Wadia was one of the first companies to make a decent CD player back in the early nineties. It achieved this by identifying that jitter was a major source of problem for digital audio, a fact that was subsequently taken onboard by the rest of the industry and is now a standard consideration when designing DACs. Wadia were prepared to think outside the box back then and has continued to do so with the Intuition power DAC, which is a combined converter and digital power amplifier in a very distinctive clamshell case. Wadia’s first creation was a DAC, the Digimaster 2000 Decoding Computer and the technologies developed in that DAC remain at the core of Wadia’s models to this day.
The Wadia 321 is enormous – it wouldn’t fit on my Townshend Seismic rack because the 20 inch depth meant that the small feet fell off the edge. But it’s a lovely piece of kit with high build quality and very attractive casework, large radius corners on the diecast aluminium surround, and a black glass top surface through which the Wadia logo glows in what is a distinctly Apple style. Inside the box there is a lot of space as you might imagine, but it has the same footprint as Wadia’s m330 Media Server and a315 and a340 digital amplifiers that might be used to partner with it.
There is plenty of space on the back panel for a good array of in and outputs, these include coax and Toslink for S/PDIF connections and USB for computers and the like. Outputs are available in balanced and single ended form and both variations can be connected directly to a power amplifier, another feature that Wadia pioneered back in the day. The actual digital to analogue converter consists of eight DAC channels which combine to produce a genuinely balanced output for minimum noise and maximum dynamic range.
The 321 is a couple of years old now and this shows in the absence of DSD*, the current flavour of the month in converter compatibility. Instead, the 321 is a PCM based unit that’s limited to 24-bit/192kHz, which are pretty standard numbers for any modern DAC. This is not commercially very attractive to a world obsessed by DSD, but it’s important to remember that specs do not indicate sound quality. Editing is ‘difficult’ in DSD, which is part of its appeal to the purist of course, but in practice it means that any commercial release on the format will have been in PCM at an early stage of its creation. Moreover, DSD can have high frequency noise issues, and even if the actual noise is out of the audioband, as high sampling rates have shown us, what goes on up there can be heard by mere mortals who have maximum 20kHz high frequency hearing. The reason it doesn’t offend many is that it is harmonious, and a bit like the harmonic distortion of valves; some feel that it adds to the end result.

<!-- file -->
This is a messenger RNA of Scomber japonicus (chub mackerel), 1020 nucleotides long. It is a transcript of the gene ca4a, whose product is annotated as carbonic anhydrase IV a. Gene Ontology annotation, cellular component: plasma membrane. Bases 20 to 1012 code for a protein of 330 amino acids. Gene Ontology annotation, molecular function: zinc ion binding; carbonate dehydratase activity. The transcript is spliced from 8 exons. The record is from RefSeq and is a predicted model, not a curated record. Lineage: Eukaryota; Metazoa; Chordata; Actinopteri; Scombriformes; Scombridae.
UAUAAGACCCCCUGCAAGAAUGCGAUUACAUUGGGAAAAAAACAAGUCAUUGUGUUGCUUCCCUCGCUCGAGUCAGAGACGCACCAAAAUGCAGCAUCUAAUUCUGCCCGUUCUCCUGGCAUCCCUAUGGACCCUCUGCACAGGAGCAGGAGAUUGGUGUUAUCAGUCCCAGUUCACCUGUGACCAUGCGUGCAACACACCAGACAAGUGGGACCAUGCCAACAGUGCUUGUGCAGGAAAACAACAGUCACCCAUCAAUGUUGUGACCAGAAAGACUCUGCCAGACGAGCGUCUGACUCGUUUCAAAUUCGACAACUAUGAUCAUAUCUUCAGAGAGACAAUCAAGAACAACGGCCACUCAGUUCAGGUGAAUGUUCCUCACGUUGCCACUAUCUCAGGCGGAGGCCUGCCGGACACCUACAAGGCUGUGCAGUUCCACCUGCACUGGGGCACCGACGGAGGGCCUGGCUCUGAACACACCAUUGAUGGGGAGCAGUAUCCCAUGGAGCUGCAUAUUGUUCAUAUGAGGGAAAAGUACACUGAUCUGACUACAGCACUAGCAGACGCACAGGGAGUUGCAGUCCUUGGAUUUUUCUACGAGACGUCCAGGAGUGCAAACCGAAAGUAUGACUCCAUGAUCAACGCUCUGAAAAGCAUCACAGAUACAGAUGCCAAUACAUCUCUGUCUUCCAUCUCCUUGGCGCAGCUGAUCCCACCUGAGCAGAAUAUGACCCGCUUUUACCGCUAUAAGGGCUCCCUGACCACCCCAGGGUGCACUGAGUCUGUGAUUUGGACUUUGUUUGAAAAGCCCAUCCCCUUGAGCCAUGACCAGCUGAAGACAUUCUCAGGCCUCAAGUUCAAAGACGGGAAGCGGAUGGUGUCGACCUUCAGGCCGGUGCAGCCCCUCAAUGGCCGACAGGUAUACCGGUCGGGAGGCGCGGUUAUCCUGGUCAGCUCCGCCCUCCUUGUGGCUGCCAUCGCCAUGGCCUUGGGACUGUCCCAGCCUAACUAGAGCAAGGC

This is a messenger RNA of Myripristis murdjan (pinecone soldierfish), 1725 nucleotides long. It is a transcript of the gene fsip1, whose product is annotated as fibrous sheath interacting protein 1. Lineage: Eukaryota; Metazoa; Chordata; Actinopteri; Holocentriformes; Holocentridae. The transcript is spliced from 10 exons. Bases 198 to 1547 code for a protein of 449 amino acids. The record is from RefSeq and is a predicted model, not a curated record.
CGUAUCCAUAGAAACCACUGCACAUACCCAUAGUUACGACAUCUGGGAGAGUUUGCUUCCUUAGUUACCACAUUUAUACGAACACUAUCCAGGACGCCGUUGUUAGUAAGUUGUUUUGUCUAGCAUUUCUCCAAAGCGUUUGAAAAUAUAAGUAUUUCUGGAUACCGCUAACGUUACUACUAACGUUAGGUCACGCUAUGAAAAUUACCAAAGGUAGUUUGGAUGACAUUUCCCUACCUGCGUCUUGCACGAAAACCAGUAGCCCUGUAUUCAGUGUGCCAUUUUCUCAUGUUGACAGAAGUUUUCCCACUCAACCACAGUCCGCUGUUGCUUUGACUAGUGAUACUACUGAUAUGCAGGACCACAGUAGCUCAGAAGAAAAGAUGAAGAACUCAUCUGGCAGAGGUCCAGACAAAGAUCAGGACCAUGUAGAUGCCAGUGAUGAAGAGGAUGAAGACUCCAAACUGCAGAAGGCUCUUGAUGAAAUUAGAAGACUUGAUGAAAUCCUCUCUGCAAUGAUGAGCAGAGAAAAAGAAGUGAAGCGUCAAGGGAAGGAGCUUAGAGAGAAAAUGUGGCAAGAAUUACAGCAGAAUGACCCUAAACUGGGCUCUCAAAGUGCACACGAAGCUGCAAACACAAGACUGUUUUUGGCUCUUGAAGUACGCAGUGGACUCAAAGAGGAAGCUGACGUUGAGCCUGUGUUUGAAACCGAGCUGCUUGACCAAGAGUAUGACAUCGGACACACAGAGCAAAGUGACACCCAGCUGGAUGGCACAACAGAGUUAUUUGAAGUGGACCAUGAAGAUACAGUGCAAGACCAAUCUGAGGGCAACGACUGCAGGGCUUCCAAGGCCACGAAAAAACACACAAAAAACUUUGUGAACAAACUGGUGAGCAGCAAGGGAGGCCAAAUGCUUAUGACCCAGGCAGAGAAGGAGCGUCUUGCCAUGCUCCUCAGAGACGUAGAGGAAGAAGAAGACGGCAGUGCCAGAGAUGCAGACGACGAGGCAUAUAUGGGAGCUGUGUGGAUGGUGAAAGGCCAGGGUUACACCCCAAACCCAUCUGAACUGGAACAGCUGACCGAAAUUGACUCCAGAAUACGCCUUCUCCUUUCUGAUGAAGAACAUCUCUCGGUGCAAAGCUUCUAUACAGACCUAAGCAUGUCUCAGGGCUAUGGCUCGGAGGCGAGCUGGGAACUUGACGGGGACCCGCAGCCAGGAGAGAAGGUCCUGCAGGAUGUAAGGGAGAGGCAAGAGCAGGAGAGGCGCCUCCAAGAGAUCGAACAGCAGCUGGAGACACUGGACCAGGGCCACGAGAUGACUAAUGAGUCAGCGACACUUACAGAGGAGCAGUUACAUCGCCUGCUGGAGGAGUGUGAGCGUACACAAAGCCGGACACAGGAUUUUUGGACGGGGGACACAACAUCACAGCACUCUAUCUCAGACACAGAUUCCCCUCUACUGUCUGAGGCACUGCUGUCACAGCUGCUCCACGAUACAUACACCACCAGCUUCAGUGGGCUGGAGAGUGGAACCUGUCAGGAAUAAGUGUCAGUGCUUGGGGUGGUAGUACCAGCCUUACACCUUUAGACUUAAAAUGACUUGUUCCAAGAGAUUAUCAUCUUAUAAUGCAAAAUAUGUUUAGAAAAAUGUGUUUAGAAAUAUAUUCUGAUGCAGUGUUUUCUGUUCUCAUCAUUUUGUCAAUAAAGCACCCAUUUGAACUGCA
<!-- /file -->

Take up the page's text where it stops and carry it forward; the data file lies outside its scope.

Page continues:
Perhaps the 321’s most serious omission is of a headphone output. As you will doubtless be aware the headphone market has exploded over the last few years and it must be quite difficult to sell a high end DAC that cannot drive them. Both the omission of a headphone amplifier and DSD support show just how fast moving this sector of the audio world has become, a 2015 version of the Wadia 321 would include such things as standard.*
The controls on the 321 include volume, input, and setup, the latter consisting of firmware version display and the option to disable auto power off which kicks in after 30 minutes if left enabled. I had expected an option to switch between fixed and volume controlled output, but that is just a matter of maxing the output. The only other features are display dim, mute, and phase control via the remote handset. The display is pretty informative for a DAC, showing input, sample rate, and volume level in large dot matrix characters. If you access this DAC using its USB software control panel (in the Windows driver) it’s possible to change latency and sample rate. You can select whether the USB input handles the signal natively, maintaining the incoming sample rate, or upsamples it to 32/192 as is the case with S/PDIF inputs.
I used the Wadia 321 with a Melco N1A digital transport; this has both Ethernet and USB outputs and by sending the network connection via a streamer (in this instance a Moon MiND) it is possible to create a coaxial digital output from the same source. Having the two options proved quite revealing of the differences between the coax and USB inputs on the Wadia, which were not small, but I should add that USB travelled along cables from Vertere and CAD while the S/PDIF signal took the considerably pricier route of Chord Sarum Super ARAY.